Every prophet had a herald to indicate his coming. The Prophet Muhammad (s.a.w.) had Bahira (r.a.), also known as Sergius the Nestorian monk to foretell his future prophetic career. In the case of Jesus the Messiah (a.s.), it was John the Baptist (a.s.). He was the voice crying in the wilderness. And as a herald, he made the way for the fulfillment of prophesy. The straight road is the religion of Allah (s.w.t.).
Show us the straight way. (Surah al-Fatihah:6)
Te desert refers both to the spiritual wilderness that the people were in and the fact that John (a.s.) shunned the decadent civilisation of the time and spent time in the wilderness, on the edge of the desert. Coming back to God, therefore, meant going through the desert. As an ascetic, a zahid, he was a practitioner of taswawwuf. His rejection f dunya, also meant he vehemently opposed the Sadducees who used their religious position to accumulate wealth and power. They were viewed by the prophets as hypocrites of the law. His talk of the axe to the root of the unfruitful tree is echoed in the Qur’an.
Seest thou not how Allah Sets forth a parable?― a goodly Word like a goodly tree, whose root is firmly fixed, and its branches (reach) to the heavens― It brings forth its fruit at all times, by the Leave of its Lord. So Allah Sets Forth parables for men, in order that they may receive admonition. And the parable of an evil word is that of an evil tree. It is torn up by the root from the surface of the earth: it has no stability. (Surah Ibrahim:24-26)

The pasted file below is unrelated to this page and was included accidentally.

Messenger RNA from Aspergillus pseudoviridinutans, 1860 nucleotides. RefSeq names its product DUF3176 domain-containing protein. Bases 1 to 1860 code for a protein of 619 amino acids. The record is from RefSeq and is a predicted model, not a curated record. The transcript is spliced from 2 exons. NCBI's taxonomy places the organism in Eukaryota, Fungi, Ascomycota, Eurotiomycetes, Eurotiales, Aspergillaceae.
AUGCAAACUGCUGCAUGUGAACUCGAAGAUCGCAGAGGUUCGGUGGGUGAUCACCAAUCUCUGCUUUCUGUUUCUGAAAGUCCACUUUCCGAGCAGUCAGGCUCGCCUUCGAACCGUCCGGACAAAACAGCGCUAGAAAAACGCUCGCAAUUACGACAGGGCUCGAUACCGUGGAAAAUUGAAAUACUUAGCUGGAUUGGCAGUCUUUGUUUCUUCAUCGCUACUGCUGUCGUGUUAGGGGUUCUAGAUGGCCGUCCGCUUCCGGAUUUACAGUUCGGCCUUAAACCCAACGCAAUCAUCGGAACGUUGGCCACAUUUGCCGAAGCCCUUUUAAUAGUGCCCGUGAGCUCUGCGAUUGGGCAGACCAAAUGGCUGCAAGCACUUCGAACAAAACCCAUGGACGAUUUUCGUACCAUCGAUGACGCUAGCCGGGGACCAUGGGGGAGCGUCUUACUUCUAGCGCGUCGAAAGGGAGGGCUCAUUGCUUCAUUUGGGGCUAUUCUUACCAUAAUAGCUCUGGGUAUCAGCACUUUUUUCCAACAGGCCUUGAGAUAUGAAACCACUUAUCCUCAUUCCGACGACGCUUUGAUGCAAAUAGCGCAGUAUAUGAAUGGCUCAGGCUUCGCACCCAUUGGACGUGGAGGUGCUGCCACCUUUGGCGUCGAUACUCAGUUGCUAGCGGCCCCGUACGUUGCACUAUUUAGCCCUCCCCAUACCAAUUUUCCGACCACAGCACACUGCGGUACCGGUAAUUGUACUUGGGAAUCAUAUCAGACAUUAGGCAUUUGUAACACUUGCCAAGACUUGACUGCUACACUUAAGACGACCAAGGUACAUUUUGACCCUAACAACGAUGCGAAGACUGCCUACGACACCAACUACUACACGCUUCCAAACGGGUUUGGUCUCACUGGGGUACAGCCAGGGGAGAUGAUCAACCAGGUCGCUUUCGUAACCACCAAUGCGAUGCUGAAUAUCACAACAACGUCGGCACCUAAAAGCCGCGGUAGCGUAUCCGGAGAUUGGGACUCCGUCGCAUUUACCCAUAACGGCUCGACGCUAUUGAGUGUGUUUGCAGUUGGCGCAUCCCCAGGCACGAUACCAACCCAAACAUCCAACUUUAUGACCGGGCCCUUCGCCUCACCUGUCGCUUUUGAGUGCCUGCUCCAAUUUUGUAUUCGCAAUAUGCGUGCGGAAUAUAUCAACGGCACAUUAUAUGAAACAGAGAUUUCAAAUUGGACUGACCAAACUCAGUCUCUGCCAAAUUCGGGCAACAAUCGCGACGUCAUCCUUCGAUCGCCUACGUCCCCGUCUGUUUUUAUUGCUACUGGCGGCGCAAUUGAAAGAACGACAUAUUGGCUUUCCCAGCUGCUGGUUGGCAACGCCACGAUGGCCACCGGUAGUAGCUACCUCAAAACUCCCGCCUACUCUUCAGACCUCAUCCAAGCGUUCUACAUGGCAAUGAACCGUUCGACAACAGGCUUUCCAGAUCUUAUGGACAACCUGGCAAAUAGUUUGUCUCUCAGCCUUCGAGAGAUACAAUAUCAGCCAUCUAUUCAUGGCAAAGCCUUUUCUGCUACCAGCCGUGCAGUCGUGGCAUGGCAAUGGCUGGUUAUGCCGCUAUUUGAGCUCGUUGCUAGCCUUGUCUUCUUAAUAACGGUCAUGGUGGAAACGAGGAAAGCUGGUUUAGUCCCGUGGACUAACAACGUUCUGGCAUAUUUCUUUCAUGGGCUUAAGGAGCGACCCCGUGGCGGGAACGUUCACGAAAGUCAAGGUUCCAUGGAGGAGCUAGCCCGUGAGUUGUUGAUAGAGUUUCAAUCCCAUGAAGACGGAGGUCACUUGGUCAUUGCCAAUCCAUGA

The practise of baptism is the absolution from sin and represents sincere repentance. To Muslims, it is ghusl, the cleansing bath, done after one has left kufr, disbelief, for faith. From the Catholic point of view, the baptism of John (a.s.) did not confer sanctifying grace and that is why there is a reference to the one that comes after. The Christians believe only when the Holy Spirit came upon Jesus (a.s.), was sanctifying grace conferred in baptism henceforth. As Muslims, we believe that there is much dispute on the meaning of the words that are translated as Holy Spirit. We see this as nothing more than a step in the preparation for his mission of prophethood in the same manner that Prophet Muhammad (s.a.w.) had his hear washed by Jibra’il (a.s.).
From an Islamic point of view, Matthew 3:11 confers a totally different meaning. John the Baptist (a.s.) was the third from last prophet. The one who came after could not refer to Jesus (a.s.) but Prophet Muhammad (s.a.w.). Jesus (a.s.) came to be baptised, not to baptise. He was a contemporary of John (a.s.) lived in the same era. John (a.s.) also says that the one who comes after is mightier than him. At that point, John (a.s.) had more disciples than Jesus (a.s.) and greater renown. It could not refer to Jesus (a.s.). Because he said:
11Believe me, God has Raised up no greater son of woman than John the Baptist; and yet to be least in the kingdom of heaven is to be greater than he.
The second part of the statement is of dubious translation and origin. It was believed to have been added later to exalt Jesus (a.s.) at the expense of John (a.s.) in order to show that he is the Son of God.